To help sufferers of nightmare disorder and nightmares associated with post-traumatic stress disorder (PTSD), the US Food and Drug Administration (FDA) has given marketing authorization for a wearable device that assists in reducing sleep disturbances associated with nightmares.
Called Nightware, the device is a digital therapeutic that involves the use of an Apple Watch and an Apple iPhone which are connected to a software application and the Nightware server.
The prescription app monitors the wearer’s heart rate and movement as they sleep. If they experience a nightmare, the device nudges the person out of the dream through gentle touch vibrations from the smartwatch, without completely waking them up. The intervention intends to disrupt the nightmare, and not a person’s actual sleep.
Nightware has been approved for adults 22 years or older who suffer from nightmares related to a sleep disorder or PTSD.
The app had been designated a breakthrough device by the FDA in May 2019 for its goal of helping people with PTSD. The federal agency has now granted the maker of the device, Nightware Inc., marketing clearance through the de novo premarket review pathway for new low- to moderate-risk devices.
“Sleep is an essential part of a person’s daily routine. However, certain adults who have a nightmare disorder or who experience nightmares from PTSD are not able to get the rest they need,” said Carlos Pena, director of the FDA’s Office of Neurological and Physical Medicine Devices, in a press announcement from the agency.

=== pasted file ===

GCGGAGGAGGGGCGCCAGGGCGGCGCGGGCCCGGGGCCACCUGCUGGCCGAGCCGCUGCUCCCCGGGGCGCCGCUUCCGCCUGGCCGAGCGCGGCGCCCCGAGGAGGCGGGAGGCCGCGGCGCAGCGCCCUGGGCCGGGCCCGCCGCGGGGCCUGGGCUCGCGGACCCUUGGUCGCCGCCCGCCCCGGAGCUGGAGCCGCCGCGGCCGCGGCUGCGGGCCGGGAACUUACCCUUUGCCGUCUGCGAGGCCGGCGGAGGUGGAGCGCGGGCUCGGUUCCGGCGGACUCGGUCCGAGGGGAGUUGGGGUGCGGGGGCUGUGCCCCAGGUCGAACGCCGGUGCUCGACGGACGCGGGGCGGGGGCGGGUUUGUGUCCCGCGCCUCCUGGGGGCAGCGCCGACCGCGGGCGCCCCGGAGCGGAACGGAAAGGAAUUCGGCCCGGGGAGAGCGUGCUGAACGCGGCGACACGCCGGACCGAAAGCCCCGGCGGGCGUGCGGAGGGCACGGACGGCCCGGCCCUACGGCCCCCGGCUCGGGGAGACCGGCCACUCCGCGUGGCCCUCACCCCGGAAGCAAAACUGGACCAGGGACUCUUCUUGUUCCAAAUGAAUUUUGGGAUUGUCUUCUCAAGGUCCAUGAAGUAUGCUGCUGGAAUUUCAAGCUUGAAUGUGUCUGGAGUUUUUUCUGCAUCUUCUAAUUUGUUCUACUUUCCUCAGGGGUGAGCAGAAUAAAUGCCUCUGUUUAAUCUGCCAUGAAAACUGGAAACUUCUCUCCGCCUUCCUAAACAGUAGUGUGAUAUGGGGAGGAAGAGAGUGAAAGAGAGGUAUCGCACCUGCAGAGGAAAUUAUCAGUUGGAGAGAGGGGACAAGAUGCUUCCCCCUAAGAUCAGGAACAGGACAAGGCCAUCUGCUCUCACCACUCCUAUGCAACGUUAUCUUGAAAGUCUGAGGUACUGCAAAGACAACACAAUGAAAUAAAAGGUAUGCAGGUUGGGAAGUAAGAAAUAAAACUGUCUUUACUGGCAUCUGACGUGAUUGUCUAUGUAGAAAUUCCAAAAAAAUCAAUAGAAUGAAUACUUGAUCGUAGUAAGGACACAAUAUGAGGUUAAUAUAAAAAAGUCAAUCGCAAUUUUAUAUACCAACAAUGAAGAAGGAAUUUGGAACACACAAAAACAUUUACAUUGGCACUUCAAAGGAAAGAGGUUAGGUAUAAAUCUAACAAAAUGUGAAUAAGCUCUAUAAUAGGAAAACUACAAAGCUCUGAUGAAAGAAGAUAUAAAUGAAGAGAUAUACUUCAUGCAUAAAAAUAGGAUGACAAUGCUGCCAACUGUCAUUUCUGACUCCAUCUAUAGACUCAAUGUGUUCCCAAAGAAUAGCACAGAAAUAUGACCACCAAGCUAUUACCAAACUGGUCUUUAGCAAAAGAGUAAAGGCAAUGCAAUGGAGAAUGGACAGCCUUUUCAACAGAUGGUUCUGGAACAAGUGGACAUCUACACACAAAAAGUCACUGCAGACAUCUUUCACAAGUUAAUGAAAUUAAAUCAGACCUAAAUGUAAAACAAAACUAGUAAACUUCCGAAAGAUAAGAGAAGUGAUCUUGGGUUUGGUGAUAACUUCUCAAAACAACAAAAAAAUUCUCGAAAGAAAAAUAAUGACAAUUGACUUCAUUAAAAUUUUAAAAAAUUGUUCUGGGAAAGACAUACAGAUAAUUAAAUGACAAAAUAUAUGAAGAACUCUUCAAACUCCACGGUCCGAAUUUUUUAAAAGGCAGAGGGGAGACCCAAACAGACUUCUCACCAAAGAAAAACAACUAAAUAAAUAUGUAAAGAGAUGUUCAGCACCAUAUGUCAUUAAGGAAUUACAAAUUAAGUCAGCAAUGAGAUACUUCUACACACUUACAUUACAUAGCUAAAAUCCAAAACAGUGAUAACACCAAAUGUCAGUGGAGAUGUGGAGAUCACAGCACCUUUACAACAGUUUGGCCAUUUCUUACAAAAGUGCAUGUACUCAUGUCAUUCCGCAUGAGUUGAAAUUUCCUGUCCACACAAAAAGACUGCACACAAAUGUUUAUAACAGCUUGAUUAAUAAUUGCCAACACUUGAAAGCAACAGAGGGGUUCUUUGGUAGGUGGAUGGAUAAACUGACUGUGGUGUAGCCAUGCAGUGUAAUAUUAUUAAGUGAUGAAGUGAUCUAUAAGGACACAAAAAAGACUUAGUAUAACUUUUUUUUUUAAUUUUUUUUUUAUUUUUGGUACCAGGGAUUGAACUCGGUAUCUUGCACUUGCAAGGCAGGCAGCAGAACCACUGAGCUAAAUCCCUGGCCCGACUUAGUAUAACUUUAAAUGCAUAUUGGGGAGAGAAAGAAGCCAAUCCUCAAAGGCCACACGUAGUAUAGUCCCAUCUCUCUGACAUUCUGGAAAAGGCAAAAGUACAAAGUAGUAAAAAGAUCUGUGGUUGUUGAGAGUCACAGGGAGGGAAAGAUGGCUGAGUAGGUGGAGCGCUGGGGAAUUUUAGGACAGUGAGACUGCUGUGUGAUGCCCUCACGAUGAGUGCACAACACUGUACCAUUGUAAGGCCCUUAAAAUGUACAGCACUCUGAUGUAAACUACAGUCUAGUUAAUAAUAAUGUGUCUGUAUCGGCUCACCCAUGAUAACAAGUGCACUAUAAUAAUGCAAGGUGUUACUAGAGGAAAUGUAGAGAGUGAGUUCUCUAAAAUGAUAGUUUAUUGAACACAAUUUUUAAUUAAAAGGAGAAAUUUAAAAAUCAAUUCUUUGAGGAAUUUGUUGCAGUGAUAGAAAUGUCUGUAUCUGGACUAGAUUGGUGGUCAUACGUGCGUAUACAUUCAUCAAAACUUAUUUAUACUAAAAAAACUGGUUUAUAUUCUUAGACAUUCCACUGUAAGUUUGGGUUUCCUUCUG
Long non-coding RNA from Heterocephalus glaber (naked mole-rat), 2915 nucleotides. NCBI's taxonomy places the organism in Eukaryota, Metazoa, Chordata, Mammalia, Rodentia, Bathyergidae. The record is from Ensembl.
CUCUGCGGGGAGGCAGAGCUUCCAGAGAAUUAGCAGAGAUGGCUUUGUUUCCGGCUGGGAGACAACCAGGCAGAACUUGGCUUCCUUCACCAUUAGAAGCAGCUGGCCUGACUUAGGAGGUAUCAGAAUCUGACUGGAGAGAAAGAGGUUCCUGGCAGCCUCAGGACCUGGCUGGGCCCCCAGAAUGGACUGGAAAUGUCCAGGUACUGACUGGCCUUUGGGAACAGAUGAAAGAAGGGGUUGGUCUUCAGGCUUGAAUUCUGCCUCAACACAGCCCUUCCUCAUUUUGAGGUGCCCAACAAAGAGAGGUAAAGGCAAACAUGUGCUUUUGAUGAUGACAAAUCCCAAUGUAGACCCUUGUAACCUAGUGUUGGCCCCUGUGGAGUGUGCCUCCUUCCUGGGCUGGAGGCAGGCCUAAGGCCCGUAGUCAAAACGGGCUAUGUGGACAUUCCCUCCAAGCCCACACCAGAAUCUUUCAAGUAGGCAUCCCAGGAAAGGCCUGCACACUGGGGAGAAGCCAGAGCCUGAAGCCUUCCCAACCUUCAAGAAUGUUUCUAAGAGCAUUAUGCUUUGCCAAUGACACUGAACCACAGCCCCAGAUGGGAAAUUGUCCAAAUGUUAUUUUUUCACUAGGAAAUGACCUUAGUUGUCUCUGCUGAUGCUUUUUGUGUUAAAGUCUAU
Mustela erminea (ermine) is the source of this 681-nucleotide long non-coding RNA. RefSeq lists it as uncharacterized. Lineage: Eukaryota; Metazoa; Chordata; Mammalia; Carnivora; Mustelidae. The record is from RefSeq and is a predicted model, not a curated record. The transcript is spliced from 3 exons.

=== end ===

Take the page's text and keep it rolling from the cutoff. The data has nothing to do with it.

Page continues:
“Today’s authorization offers a new, low-risk treatment option that uses digital technology in an effort to provide temporary relief from sleep disturbance related to nightmares.”
Nightware uses a proprietary algorithm to develop unique sleep profiles for device users. The profiles are created based on collected heart rate and body movement data during a person’s sleep, which is sent to the Nightware server. When Nightware detects that a patient is experiencing a nightmare based on its data analysis, the device kicks in to provide vibrations through the Apple Watch to subtly and slightly wake the individual from the nightmare. Nightware is available by prescription only and is intended for home use.
This device was evaluated in a 30-day randomized clinical trial involving 70 patients. By being able to interrupt a nightmare, Nightware led to greater improvements in sleep scores when compared to a sham device (which showed some slight improvements). A sham therapy is an inactive treatment or procedure that is intended to closely mimic the investigational therapy. Participants in the sham group wore the device, but no vibratory stimulation was delivered.
Safety was assessed using validated measurements of suicidality and sleepiness; no changes were observed in these measures in both groups during the course of the study. Sleep quality was assessed using a self-rated questionnaire, including one specific to PTSD.
It is estimated that almost five million people in the US suffer from PTSD-associated nightmare disorders. The FDA says that the app is not meant to act as a standalone therapy for PTSD, and should be used together with prescribed medications and therapies. Nightware is intended to be used under the supervision of a healthcare provider, and it is advised that patients who have “acted out” during their nightmares — like sleepwalking or being violent — should not use the device.
The device offers patients a way to manage nightmare episodes for better sleep, and, in turn, experience a better quality of life.